Most long-term investors choose a more balanced asset allocation model: a large proportion for equities, which may be sub-divided into portions for domestic, U.S. and foreign stocks across a variety of sectors; a large proportion for fixed-income; a smaller allocation for cash; and perhaps additional small allocations to speciality categories or themes such as real estate or precious metals.

Don’t follow the herd

One way to potentially reduce portfolio risk is to avoid following herd mentality. When you have a portfolio based on a long-term outlook, there’s less of a need to respond to short-term events. According to behavioural finance, herd behaviour may be a psychological trap. For example, based on negative economic news, some investors decide to sell. Others are spooked by that trend and follow suit, and suddenly there is a major correction as a big crowd of investors dump their shares. Rather than follow the herd, investors are often better off staying the course, and simply waiting for prices to recover. It can be hard to sit tight when pessimism prevails, but such a rational response could spare you the pain of locking in a permanent loss. Similarly, in periods of market euphoria, following the herd can lead people into adding overhyped and subsequently overpriced investments.

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Don’t try to time the market

Markets are inherently unpredictable, and it’s impossible to correctly guess with any regularity, the best time to buy or sell. The old adage applies: “it’s time in the market, not market timing, that builds wealth.”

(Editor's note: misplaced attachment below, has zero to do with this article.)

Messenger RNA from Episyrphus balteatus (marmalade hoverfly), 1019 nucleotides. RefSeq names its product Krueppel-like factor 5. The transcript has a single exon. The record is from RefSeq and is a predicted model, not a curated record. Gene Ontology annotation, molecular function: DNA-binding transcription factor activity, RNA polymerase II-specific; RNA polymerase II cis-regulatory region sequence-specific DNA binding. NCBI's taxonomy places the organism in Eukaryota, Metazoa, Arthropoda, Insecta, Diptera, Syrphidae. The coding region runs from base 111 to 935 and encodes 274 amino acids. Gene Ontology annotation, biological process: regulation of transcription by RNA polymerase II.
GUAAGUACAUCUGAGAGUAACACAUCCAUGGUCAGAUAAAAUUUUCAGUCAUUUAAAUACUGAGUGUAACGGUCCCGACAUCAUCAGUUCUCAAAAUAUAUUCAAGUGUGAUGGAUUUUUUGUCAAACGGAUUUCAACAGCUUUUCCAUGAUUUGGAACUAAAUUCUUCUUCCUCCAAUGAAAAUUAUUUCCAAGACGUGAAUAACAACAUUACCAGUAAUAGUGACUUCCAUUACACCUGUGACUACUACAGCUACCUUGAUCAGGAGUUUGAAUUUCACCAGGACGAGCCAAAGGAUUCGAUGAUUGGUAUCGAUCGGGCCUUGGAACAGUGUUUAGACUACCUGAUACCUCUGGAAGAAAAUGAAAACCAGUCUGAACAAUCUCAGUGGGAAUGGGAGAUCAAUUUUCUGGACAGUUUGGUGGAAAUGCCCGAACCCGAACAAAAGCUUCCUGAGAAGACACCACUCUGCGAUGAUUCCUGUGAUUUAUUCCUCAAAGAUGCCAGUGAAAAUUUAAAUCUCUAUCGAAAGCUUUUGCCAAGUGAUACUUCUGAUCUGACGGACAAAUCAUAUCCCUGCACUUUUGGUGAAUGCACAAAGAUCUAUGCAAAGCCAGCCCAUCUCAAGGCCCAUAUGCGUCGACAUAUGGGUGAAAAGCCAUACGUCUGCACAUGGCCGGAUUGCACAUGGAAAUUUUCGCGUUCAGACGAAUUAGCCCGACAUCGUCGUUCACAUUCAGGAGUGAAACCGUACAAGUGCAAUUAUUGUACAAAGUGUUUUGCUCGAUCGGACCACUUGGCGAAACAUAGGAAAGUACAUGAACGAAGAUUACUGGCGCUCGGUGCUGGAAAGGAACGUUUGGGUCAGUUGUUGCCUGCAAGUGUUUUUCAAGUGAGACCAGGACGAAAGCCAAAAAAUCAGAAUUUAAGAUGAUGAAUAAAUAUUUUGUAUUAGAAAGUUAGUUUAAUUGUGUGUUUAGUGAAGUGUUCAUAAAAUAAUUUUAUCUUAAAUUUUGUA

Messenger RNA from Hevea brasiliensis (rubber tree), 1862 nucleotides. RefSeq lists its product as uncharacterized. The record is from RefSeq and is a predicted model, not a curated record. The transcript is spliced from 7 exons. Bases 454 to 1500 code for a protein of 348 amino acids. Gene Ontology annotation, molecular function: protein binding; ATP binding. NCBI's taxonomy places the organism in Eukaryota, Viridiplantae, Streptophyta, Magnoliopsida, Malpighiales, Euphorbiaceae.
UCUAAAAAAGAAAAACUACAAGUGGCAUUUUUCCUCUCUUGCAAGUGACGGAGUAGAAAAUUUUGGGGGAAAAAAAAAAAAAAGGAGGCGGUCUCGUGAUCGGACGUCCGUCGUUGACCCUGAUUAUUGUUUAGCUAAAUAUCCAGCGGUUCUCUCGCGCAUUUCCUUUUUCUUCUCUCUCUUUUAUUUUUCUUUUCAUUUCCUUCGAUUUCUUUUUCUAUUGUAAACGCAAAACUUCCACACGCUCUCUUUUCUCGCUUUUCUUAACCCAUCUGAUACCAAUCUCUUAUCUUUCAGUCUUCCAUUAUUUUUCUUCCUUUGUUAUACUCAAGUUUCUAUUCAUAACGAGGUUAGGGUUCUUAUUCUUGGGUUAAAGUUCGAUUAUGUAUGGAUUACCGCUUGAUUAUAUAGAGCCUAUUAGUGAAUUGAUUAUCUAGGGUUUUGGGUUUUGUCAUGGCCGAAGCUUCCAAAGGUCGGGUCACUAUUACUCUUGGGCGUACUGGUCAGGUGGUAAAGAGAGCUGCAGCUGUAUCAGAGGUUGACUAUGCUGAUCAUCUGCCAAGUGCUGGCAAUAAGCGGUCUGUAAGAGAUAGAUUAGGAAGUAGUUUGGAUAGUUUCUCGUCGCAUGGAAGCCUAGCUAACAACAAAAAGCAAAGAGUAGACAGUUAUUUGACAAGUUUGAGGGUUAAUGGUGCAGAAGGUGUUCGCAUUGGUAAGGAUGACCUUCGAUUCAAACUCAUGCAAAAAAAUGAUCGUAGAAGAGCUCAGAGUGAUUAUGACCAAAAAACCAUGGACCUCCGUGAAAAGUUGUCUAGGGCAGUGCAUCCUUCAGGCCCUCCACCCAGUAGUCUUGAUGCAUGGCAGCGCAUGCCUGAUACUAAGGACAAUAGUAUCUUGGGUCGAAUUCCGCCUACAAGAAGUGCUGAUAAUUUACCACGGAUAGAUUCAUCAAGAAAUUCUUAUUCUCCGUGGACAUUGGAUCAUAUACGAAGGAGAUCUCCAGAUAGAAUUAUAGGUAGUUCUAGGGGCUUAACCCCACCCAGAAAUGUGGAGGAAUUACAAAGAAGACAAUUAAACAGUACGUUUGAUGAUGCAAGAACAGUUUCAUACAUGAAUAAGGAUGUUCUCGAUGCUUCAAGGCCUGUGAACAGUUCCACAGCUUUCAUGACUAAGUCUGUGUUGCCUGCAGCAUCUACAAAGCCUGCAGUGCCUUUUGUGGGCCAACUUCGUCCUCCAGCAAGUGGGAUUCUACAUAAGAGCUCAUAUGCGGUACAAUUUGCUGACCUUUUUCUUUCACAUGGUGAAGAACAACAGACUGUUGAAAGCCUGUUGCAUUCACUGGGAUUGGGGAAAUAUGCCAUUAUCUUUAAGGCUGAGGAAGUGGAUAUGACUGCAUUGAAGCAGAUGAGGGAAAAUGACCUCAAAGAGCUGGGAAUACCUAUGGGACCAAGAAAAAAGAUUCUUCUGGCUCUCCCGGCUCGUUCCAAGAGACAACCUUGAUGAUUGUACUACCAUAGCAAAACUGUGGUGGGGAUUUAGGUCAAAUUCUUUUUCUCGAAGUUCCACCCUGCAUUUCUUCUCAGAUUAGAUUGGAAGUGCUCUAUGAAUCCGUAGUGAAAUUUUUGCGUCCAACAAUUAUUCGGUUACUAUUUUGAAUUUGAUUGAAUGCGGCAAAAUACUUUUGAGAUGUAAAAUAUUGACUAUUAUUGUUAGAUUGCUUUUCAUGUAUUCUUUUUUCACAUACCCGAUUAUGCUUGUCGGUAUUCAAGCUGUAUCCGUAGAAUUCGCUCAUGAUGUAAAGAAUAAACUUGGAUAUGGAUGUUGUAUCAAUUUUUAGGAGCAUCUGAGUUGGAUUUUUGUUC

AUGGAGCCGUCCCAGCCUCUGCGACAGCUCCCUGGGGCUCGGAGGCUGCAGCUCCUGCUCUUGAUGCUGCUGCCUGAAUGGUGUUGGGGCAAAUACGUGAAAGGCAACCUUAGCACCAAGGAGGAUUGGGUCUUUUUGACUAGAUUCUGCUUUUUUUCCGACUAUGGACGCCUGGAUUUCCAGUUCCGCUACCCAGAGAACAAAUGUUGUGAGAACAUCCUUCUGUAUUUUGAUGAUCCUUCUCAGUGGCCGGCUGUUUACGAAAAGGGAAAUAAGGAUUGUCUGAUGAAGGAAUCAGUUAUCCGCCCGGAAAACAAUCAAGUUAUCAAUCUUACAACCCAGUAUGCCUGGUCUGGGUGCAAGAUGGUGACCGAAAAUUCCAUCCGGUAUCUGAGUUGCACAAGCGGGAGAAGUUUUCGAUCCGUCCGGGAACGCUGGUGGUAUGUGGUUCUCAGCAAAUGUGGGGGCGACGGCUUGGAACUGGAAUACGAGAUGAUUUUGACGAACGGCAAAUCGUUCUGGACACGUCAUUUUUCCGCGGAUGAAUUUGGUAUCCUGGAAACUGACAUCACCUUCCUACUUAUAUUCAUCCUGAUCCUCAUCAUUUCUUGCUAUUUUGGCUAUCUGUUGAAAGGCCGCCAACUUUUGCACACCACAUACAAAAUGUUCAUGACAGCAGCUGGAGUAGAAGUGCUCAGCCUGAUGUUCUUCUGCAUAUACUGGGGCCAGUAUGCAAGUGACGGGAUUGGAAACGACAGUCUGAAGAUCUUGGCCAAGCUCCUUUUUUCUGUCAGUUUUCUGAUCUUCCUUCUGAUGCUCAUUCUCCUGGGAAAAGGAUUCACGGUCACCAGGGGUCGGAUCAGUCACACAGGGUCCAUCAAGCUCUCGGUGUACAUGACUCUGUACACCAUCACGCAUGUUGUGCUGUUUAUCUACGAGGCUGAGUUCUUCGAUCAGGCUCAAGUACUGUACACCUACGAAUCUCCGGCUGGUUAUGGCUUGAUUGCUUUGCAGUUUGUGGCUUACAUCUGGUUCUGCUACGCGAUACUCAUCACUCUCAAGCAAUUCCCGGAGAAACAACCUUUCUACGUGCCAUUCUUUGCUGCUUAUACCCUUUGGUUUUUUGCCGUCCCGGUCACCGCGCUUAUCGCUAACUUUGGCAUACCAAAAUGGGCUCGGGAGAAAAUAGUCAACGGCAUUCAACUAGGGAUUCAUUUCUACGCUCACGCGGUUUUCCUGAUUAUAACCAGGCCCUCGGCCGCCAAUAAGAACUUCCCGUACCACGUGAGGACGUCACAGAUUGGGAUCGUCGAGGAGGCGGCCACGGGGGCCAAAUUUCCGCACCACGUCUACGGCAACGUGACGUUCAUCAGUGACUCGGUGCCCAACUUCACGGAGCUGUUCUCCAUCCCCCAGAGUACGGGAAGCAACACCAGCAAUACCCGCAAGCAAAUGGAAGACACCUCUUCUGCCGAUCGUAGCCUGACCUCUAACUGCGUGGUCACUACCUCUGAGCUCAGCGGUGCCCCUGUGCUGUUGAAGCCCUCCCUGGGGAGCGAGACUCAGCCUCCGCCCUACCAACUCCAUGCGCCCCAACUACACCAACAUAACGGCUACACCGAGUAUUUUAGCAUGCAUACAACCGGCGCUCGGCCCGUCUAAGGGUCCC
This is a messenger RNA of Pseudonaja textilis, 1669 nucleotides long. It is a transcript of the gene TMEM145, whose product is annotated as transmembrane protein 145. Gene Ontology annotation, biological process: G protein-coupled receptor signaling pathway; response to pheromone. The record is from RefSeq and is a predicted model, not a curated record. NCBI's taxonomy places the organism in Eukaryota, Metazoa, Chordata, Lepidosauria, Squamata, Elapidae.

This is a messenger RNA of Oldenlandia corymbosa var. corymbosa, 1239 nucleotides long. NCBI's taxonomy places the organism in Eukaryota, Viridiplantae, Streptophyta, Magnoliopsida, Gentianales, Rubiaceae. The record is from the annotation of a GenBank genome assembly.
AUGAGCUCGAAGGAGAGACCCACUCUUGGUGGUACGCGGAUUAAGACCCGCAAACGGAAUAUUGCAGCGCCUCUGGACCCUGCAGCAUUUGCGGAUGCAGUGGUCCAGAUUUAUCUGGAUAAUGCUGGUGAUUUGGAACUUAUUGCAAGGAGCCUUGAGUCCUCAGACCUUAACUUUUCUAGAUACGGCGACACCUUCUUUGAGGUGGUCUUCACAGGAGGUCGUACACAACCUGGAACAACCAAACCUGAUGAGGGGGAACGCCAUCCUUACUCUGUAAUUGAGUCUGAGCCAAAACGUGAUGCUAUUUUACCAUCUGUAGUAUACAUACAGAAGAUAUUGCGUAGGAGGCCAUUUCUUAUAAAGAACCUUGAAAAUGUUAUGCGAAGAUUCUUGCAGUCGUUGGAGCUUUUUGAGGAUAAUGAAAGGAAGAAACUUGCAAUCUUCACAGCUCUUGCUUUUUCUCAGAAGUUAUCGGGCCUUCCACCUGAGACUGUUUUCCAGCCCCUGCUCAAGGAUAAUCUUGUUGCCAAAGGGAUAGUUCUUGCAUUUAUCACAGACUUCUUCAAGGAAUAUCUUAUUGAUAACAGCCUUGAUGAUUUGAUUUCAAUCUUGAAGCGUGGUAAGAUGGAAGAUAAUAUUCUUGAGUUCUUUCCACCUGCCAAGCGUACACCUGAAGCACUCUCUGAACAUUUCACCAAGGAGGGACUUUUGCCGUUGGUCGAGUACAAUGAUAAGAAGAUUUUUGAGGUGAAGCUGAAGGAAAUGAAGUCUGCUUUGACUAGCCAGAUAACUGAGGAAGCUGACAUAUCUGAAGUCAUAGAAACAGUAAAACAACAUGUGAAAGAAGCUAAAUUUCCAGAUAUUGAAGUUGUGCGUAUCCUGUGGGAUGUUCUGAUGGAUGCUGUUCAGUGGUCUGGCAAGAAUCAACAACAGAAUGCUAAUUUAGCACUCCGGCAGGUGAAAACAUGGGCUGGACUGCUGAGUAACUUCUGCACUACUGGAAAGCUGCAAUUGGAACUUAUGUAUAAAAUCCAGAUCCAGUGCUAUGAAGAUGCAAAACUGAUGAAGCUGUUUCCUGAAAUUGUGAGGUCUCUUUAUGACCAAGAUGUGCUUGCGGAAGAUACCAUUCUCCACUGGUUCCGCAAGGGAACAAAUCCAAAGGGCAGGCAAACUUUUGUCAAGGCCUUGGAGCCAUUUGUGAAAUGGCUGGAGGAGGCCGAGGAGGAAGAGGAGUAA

Take advantage of market volatility

The natural ebbs and flows of market prices, and the crowd’s fear or greed, can generate opportunities if you take a rational, disciplined approach.

By taking time to understand a company’s fundamental health, you can set a target price for its shares. Then, if a pessimistic market mood drives the price below the target, you have an opportunity to buy that stock while it’s effectively on sale. If a euphoric market mood drives the price well above your target, you have an opportunity to sell and take some profits. The key to success with this approach is that it’s based on a rational, pre-set plan.

Market volatility also generates opportunities for technical traders who watch market data for patterns that might indicate buy or sell signals. This is a more sophisticated approach for well-educated, experienced investors. Again, the discipline to avoid emotions and make rational decisions is the key to success for technical traders.

Keep your emotions in check

It’s important to remember that market volatility is the natural result of the relentless tug-of-war between bulls and bears and that investing entails assuming some degree of risk. So focus on your goals and don’t let short-term volatility derail your long-term investment plans. Consider tweaking your holdings, but think twice before making major shifts. Keep your emotions in check and remember that overcoming behavioral biases at both the peaks and valleys of the market is pivotal in making wise investment decisions. Remind yourself that there’s no reason to dump stocks with good fundamentals just because other investors have decided to exit the market. After all, there’s no wild predator chasing you.

For more on volatility, read our article Volatility matters: Why you should watch the VIX.


Rediff, Nathan. “Behavioral Finance: Anomalies.” Investopedia.